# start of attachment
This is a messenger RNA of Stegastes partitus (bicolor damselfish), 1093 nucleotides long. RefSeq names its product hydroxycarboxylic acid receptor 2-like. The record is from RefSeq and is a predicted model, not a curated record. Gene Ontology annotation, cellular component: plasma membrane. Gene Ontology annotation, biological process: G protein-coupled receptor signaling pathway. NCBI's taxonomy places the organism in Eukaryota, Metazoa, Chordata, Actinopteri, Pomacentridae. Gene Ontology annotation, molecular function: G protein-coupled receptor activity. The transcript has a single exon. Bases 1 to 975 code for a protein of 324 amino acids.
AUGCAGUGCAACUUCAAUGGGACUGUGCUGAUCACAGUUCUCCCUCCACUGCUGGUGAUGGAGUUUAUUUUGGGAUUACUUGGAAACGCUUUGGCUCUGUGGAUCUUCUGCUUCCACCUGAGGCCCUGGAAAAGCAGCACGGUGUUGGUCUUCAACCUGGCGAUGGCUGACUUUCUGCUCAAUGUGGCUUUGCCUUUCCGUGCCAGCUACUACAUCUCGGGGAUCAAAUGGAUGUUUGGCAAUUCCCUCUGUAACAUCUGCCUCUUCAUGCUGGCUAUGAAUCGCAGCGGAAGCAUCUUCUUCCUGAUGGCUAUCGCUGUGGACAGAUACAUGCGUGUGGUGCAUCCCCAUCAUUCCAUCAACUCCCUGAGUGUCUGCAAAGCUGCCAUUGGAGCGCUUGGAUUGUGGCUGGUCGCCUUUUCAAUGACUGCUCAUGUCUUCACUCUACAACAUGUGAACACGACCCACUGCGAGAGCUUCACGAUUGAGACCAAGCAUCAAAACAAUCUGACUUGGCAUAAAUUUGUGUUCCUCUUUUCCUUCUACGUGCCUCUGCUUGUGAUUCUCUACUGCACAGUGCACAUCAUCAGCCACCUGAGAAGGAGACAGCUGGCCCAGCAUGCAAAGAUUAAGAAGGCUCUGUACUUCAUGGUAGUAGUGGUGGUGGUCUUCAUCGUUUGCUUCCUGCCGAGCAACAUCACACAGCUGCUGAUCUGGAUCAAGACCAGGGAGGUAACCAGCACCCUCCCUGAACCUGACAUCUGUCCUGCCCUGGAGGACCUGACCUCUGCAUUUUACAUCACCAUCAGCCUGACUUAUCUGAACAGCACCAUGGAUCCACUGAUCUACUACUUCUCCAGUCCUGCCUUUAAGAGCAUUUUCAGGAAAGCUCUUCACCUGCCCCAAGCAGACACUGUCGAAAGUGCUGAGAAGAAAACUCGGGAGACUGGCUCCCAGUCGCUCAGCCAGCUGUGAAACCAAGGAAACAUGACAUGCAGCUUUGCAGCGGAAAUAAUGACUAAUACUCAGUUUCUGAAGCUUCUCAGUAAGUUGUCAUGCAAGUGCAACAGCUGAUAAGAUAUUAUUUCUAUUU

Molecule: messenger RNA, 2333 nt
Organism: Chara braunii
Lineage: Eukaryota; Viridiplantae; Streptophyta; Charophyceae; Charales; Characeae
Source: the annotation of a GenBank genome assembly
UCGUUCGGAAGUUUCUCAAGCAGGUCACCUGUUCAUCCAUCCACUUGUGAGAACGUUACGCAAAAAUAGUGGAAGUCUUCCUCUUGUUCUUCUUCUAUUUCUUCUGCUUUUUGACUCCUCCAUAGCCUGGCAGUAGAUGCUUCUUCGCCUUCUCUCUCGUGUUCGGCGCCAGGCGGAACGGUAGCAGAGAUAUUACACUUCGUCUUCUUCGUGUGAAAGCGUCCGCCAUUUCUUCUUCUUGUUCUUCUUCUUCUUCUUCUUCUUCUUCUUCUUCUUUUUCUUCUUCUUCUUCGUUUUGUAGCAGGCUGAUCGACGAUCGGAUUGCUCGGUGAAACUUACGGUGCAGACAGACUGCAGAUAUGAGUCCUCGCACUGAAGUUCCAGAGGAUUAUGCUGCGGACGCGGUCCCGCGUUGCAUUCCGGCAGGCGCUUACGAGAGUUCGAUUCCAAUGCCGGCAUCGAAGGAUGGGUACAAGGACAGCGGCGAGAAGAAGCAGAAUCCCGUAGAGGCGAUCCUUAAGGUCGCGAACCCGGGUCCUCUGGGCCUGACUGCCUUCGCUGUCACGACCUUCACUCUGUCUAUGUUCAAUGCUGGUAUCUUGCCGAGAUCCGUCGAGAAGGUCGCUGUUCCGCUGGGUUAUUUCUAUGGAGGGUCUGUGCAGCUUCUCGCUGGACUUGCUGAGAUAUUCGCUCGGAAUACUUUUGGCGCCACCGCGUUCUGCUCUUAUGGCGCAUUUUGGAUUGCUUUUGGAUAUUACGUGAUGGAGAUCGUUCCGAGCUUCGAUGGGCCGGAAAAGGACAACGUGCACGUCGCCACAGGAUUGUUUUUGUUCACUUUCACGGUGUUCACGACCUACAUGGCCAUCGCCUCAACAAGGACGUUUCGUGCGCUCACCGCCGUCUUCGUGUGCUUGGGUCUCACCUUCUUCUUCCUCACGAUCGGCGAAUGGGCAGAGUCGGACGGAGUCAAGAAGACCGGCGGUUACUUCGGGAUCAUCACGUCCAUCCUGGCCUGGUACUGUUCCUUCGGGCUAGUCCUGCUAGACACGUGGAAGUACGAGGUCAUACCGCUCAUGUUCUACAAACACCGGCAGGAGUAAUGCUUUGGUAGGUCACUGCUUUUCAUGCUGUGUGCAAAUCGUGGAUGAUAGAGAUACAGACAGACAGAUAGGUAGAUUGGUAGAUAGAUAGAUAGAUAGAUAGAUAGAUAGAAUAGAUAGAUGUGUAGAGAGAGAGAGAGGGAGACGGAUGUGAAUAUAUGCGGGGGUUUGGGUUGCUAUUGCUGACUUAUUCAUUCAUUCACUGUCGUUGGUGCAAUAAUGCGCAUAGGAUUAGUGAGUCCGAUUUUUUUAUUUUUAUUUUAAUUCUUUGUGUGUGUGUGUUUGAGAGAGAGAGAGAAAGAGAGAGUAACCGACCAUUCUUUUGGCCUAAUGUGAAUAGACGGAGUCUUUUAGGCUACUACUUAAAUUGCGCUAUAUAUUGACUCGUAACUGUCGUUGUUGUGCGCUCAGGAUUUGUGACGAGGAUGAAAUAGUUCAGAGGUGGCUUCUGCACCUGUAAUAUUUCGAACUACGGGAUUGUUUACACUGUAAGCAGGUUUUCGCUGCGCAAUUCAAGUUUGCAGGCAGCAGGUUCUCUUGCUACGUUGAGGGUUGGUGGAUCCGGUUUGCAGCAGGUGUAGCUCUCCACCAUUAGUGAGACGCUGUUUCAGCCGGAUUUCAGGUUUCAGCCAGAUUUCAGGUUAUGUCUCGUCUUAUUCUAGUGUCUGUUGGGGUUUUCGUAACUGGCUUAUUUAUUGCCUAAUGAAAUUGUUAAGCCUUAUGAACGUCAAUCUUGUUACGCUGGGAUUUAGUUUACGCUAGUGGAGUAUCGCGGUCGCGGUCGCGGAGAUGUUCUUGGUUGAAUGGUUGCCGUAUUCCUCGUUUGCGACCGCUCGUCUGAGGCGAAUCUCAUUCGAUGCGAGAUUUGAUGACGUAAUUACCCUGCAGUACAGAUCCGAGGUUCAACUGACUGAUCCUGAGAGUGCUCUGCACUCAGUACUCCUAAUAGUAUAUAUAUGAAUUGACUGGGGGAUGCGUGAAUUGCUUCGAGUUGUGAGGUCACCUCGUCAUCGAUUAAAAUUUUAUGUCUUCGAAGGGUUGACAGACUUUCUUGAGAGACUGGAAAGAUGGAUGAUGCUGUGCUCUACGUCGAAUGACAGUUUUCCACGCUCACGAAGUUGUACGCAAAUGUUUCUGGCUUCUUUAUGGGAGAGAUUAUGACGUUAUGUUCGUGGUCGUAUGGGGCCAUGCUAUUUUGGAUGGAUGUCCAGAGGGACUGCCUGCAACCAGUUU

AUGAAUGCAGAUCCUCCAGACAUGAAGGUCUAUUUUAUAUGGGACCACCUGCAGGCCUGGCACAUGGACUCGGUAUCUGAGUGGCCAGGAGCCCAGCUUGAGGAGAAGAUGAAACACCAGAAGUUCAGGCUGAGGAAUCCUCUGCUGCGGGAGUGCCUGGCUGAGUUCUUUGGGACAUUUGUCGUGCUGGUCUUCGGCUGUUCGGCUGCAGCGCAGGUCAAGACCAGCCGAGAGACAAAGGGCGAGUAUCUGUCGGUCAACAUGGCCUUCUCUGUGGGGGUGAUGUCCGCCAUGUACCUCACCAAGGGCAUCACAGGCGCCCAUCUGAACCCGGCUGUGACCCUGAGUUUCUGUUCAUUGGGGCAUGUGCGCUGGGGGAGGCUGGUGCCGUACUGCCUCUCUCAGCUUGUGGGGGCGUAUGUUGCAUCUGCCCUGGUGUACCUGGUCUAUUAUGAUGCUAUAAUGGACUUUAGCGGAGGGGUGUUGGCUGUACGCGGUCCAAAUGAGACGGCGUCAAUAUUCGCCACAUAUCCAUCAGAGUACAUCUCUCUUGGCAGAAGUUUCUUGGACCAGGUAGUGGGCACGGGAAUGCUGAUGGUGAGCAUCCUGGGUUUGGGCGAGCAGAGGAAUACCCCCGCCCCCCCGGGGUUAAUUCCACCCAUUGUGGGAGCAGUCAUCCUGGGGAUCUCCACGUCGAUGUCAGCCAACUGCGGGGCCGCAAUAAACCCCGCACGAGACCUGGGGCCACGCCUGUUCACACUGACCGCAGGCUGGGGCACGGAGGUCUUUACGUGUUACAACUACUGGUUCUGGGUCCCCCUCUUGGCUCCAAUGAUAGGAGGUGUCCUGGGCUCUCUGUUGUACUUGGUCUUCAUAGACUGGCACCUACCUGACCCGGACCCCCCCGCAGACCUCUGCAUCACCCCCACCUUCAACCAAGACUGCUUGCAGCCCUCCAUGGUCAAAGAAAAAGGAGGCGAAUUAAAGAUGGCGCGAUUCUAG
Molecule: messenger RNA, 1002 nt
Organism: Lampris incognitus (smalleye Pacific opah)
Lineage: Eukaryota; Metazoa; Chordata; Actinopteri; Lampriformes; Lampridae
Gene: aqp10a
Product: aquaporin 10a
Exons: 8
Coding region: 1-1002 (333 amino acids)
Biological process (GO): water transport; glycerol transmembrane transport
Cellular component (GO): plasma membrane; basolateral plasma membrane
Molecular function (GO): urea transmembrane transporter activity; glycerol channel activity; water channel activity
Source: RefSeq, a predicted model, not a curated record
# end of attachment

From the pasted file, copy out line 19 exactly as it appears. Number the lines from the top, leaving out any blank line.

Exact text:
Source: RefSeq, a predicted model, not a curated record